Tag Archives: finance

Minnesota Senate passes increased funding for public defenders

Minnesota Lawyer (subscription required) reports on the bill for public defenders’ funding.  The background of the funding for public defenders is as follows.

In 2008, public defenders were funded through attorney’s registration fees.  The Minnesota Supreme Court upheld this type of funding.  Through this funding, the state Board of Public Defense was able to generate around $1.9 million annually.  This request was reapproved in 2011.

However, in December, the state Board of Public Defense withdrew its request to earmark funding from the attorney registration fee.    This decision came in December, when various committees and group sections of the Minnesota State Board Association removed its support for the petition.

On Tuesday, April 16th, 2013, the state Senate passed a judiciary funding bill that increases funding for public defenders.  The bill provides $5 million for increased employee salary and benefits for public defenders.  The bill also provides $5.6 million for new public defenders positions that will reduce caseloads.  The Senate bill was passed by 47-18 votes.

The Senate Judiciary Finance Division Chairman Ron Latz (DFL-St. Louis Park) stated that the bill helps alleviate a public defender system that is “overworked, overburdened, [and] has some of the biggest caseloads in the country.”

via Minnesota Senate passes increased funding for public defenders | Minnesota Lawyer.

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Filed under attorneys, courts, District Court, employment, Pending Legislation, wage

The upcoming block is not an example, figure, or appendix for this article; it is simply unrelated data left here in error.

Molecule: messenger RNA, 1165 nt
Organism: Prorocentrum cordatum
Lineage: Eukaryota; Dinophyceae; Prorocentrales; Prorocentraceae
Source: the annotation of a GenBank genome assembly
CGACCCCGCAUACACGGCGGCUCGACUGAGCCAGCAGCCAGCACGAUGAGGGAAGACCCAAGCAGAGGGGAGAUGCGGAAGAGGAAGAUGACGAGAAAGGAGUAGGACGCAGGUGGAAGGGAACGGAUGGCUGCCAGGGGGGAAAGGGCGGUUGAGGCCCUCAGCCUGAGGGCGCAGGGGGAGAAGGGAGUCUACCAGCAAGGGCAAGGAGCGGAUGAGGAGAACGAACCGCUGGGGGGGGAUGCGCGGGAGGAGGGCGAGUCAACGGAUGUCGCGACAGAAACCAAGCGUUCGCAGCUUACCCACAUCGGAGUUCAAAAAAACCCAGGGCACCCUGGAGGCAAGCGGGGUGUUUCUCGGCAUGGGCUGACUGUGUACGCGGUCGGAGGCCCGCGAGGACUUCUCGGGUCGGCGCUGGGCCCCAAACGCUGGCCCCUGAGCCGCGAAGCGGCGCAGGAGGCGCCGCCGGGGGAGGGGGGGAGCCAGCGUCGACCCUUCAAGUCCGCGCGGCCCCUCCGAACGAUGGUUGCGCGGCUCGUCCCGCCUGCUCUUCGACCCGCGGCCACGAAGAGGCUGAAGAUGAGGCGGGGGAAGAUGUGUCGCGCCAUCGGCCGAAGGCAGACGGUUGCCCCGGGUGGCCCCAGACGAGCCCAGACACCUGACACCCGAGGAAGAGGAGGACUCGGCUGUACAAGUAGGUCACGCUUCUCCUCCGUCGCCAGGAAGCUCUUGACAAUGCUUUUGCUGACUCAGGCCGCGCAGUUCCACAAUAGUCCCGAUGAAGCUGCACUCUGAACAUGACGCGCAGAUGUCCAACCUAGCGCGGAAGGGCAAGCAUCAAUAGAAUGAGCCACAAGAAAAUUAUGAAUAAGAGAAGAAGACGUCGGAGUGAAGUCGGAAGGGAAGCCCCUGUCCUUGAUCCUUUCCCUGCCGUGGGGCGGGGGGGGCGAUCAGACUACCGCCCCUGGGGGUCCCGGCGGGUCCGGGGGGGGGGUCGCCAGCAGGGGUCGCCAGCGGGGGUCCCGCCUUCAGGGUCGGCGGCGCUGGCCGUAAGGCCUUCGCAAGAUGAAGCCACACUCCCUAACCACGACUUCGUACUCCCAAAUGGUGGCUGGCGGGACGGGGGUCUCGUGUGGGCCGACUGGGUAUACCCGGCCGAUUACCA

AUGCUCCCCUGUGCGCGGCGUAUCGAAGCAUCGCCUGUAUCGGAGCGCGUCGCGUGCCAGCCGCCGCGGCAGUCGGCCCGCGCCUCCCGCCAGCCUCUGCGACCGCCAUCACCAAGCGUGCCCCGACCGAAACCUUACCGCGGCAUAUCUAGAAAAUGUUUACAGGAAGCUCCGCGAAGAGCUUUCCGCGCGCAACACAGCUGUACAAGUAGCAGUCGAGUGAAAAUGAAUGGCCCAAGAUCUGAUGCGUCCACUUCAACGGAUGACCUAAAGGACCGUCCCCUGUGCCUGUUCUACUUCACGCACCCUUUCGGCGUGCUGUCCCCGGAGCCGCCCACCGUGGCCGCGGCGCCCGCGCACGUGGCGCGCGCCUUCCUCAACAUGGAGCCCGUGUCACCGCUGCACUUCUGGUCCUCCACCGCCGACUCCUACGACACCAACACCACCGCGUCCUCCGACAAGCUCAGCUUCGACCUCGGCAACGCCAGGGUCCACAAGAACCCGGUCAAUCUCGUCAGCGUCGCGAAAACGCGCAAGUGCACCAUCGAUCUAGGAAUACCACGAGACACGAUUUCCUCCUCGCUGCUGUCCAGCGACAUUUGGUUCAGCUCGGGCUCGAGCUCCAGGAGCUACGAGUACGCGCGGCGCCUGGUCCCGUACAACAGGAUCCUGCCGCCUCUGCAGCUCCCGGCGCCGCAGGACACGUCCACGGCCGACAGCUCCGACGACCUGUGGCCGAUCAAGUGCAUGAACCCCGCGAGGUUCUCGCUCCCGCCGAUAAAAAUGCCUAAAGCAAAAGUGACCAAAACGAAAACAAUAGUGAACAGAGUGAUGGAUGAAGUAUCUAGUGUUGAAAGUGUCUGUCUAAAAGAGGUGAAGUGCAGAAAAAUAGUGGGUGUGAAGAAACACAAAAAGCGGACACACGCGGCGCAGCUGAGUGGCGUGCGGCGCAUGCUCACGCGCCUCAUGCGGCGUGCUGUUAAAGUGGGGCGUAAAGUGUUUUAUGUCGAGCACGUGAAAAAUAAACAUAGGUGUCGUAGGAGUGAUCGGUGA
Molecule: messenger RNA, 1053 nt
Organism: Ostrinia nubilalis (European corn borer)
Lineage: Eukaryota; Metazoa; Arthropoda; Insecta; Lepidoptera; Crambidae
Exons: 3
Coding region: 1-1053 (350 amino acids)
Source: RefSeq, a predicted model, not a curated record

Campaign donation issue reopened

On Tuesday, the Supreme Court agreed to hear McCutcheon v. Federal Election Commission, 12-536.   The gist of this case deals with the constitutionality of the two-year ceilings that federal law sets on what an individual can give during a campaign for the presidency or Congress, in donations to candidates, to political parties, or to other political committees.

The Supreme Court did not explicitly promise whether it would reconsider its decision in Buckley v. Valeo (1976).  Since Buckley, the government had more leeway to control contributions to candidates or political organizations than over spending by candidates or by independent political activists.

In 2010, the Supreme Court decided a hotly controversial decision in Citizens United v. FEC.  In Citizens United, the Supreme Court declared unconstitutional any limit on spending during federal campaigns by corporations or labor unions, so long as they spent the money independently of a candidate or candidate organization.

In McCutcheon, McCutcheon wants to be able to give more contributions than the two-year overall limits.  McCutcheon’s contributions, if he could go over the limit, would have exceeded the two-year ceiling by $26,200.

Under federal law, the ceiling for the 2011-2012 campaign season was $2,500 per election to any candidate or a candidate’s campaign organization, no more than $30,800 per year to a national political party, no more than $10,000 per year to a state political party, and no more than $5,000 to any other political committee.

The two year ceiling for that same period, which is the issue in this case, is set at $177,000 overall.  That is broken down into $46,200 to a candidate for federal office and $70,800 to non-candidate entities.  The second amount was restricted in that no more than $46,200 could be given to a state party or a non-candidate committee.

via Campaign donation issue reopened : SCOTUSblog.

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Filed under Appellate, civil rights, courts, Judges, legal decision, rules, Supreme Court, union

New Mortgage Loan Regulations

The Consumer Financial Protection Bureau issued two regulations that expand the types of mortgage loans subject to federal protections and require creditors to provide loan applicants with written appraisals.  You can access the regulations here.

One of the regulations expands the types of mortgage loans subject to the protections of the Home Ownership and Equity Protections Act HOEPA, which was enacted to address abusive refinancing practices and equity loans with high interest rates or high fees.  HOEPA was amended through the Dodd-Frank Wall Street Reform and Consumer Protection Act to add protections for high-cost mortgages.